In anticipation of the drop of the Higher trailer on November 6th, we're bringing you a mutli-part inside account of Jeremy Jones & TGR's most recent, and most challenging, expedition to the Himalayas to ride one of the most epic spine walls in the world.
“Shangri-La has become synonymous with any earthly paradise, and particularly a mythical Himalayan utopia — a permanently happy land, isolated from the outside world”
Summer was in full swing when the phone rang. It was Jeremy Jones. I answered with an anxious “Hello?” Was he calling to see how times were? To go over spring mission to Alaska to camp in the snow and film lines for Higher? Or was it a call about a new mission?
“Hey”, he replied. “The reason I am calling is to see if you want to go to the Himalaya. I have found a mountain that has one of the best spine walls I have ever seen.” Unable to contain my excitement, I responded, “HELL YEAH - I am in!!” Two months later, I find myself on the other side of the world with Jeremy Jones, Luca Pandolfi, Nick Kalisz Matty ‘Moo’ Herriger, Chris Figenshau, and Andrew Miller, experiencing the culture of Nepal while searching for mystical line first found in a library book photo back on that other and more familiar side of the world.
From the moment the plane hit the ground it was clear we had traveled to a mysterious and primordial world. The chaos of the densely populated city of Katmundu was a wild change from our first-world filming trips to the Alps, Japan, or Alaska. Rickshaws, street vendors, dogs, yaks and monkeys were everywhere. Constant honking traffic and a myriad of near misses with violently weaving automobiles and motorcycles got the nerves frayed early as we drove through town, but the locals paid no mind. They honked their horns as a courtesy and not out of anger, zipping past to another twisting part of this deep city.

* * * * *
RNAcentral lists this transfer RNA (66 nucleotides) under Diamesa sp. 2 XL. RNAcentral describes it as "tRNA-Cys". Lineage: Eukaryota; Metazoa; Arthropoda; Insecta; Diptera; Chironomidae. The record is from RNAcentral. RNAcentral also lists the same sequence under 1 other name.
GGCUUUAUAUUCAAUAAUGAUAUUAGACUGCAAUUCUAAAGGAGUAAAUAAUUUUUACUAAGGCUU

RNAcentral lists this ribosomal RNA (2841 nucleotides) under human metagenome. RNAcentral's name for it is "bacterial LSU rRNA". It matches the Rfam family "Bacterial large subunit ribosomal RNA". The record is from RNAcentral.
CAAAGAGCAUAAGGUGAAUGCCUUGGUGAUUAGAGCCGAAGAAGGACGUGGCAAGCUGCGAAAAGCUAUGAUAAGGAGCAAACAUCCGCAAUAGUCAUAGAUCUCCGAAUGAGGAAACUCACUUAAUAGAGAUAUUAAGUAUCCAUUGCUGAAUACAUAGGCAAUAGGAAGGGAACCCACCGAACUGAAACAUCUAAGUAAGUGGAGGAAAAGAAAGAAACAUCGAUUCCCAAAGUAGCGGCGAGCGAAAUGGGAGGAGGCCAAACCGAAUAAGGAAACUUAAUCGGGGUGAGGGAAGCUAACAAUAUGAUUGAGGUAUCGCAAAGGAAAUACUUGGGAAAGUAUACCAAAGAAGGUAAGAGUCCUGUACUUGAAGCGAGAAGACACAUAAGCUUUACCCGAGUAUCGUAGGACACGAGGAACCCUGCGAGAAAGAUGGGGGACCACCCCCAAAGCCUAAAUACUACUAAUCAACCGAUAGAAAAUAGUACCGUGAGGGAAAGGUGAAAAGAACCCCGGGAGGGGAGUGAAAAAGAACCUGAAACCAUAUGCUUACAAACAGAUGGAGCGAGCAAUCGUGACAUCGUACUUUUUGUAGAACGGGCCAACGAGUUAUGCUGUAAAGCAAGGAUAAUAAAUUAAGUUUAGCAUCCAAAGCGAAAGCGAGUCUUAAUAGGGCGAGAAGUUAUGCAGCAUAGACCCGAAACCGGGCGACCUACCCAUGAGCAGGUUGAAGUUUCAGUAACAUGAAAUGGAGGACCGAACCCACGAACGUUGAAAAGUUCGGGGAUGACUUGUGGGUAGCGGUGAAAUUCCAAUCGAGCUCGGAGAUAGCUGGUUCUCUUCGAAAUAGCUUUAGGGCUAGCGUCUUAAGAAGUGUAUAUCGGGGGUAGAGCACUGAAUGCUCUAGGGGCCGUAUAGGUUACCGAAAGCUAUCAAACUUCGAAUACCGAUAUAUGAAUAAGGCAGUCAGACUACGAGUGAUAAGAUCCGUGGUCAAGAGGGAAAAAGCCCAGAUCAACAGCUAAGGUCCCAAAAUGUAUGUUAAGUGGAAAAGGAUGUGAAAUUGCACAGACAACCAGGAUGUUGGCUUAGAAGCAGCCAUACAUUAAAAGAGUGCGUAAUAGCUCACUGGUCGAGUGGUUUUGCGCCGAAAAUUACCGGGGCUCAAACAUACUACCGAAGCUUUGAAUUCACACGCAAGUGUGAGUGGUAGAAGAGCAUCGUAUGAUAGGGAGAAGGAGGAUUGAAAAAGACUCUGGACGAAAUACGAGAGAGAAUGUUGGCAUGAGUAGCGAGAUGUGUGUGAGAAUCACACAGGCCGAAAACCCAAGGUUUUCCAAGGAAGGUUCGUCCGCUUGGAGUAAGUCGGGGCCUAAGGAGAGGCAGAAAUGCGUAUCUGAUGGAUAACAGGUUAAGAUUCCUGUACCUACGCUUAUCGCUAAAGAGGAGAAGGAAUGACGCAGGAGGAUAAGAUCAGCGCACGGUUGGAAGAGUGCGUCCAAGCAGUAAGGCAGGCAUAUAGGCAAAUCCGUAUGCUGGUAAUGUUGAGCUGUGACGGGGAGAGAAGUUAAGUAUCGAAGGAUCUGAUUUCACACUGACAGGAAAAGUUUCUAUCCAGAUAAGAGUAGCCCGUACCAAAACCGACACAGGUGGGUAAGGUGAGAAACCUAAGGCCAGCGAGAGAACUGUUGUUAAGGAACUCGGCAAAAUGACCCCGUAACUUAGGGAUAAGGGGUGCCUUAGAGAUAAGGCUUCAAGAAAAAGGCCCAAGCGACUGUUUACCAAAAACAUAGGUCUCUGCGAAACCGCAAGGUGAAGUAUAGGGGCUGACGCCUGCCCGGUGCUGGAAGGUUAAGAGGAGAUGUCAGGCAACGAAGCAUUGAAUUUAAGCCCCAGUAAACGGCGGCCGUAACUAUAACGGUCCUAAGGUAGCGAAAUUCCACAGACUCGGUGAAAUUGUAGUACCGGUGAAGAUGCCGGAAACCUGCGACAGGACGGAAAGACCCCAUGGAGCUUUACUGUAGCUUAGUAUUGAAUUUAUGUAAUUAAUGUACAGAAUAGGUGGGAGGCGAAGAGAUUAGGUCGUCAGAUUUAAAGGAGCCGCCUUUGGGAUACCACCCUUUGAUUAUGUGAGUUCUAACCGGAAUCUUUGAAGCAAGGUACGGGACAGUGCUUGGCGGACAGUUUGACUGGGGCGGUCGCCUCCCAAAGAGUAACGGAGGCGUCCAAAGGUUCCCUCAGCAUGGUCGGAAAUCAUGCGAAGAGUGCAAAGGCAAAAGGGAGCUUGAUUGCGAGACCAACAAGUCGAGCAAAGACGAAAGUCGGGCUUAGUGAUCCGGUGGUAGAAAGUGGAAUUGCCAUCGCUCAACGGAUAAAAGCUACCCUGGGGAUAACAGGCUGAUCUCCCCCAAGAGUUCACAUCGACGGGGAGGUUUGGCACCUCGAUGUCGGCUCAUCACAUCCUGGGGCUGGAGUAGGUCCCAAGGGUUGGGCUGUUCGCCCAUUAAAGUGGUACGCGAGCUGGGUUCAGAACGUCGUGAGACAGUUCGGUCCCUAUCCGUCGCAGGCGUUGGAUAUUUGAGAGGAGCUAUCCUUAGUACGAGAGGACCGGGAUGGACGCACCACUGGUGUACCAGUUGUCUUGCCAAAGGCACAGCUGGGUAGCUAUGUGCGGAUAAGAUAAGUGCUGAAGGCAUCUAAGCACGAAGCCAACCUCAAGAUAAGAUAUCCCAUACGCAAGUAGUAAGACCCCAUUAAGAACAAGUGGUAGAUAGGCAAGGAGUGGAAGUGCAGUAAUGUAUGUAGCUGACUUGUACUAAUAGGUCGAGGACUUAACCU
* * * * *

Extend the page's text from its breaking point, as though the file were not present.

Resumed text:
Once we settled in, we hit the streets. Walking through Kathmandu is an adventure marked by narrow alleyways that take you from one ancient time period to the next. Street vendors push their goods and the drone of commerce intensifies throughout the day. The next morning the crew visited Swayambhunath - the Monkey Temple - and Nepal’s oldest monastery. Prayer flags hung by the thousands and the misty morning air was back lit through the trees above ancient stone steps. Monkeys, native to the north-west part of the temple and considered holy, appeared everywhere and prayer wheels, magnificent in size, adorned the area around the main temple. Wafting incense filled the hot humid air as we set to work with our cameras. Swayambhunath was a real photo feast. Our tour guide, Jiban, called us to move to the next zone, but we were nearly unmovable as we felt we were only beginning to understand how to capture this amazing place on film. We finally heeded the guide’s call and boarded the van.
The next stop was Boudhanath, the most famous of the stupas – earthern mounds containing the relics and ashes of deceased Buddhist monks that serve as venues for meditation. We walked through the gate and the monument, one of the biggest stupas in the world, rose before us. Its white dome culminated in a pair of gazing eyes, above which thirteen tapered steps representing the path to enlightenment and fire. From the top were strung countless prayer flags that fluttered in the breeze above Katmandu, their reds, greens, and yellows contrasted against the gorgeous white structure and the yawning blue sky. Beautifully clad Nepalis from the old and weathered to the young and colorful roamed the grounds, walking clockwise as tradition demands.
The last stop was an eye opener: Pashupatinath Temple, a Hindu crematorium on the River Bagmati and the most sacred site in all of Nepal. We walked down the road of penny vendors and beggars to a smoky scene that seemed like something right out of Apocalypse Now to us Westerners, but which was instead a revered tradition of the Hindus. Here the deceased are brought, sometimes straight from the ambulance, to be cremated in the open air. Our crew fell into silence, and out of respect, our cameras were zipped away in their bags.
Families purified their deceased in the holy water of the Bagmati, wrapped their bodies in white, orange, and red cloth, and then laid the bodies on stone tables above the river. Fuel for the open-air cremation consists of the food and butter of the cow, Hindu’s sacred animal. The straw, butter, and sugar is laid along the body and the fire is set at the mouth of the deceased by one of their offspring. We sat among hundreds of others observing this solemn affair. The body would burn for the next four hours as the family grieved, and this process would be repeated over and over on each stone table, all day and all night below the highest peaks of the Himalayas.
-Nick Kalisz of #TheShangriLaExpedition
From The Column: The Shangri-La Expedition
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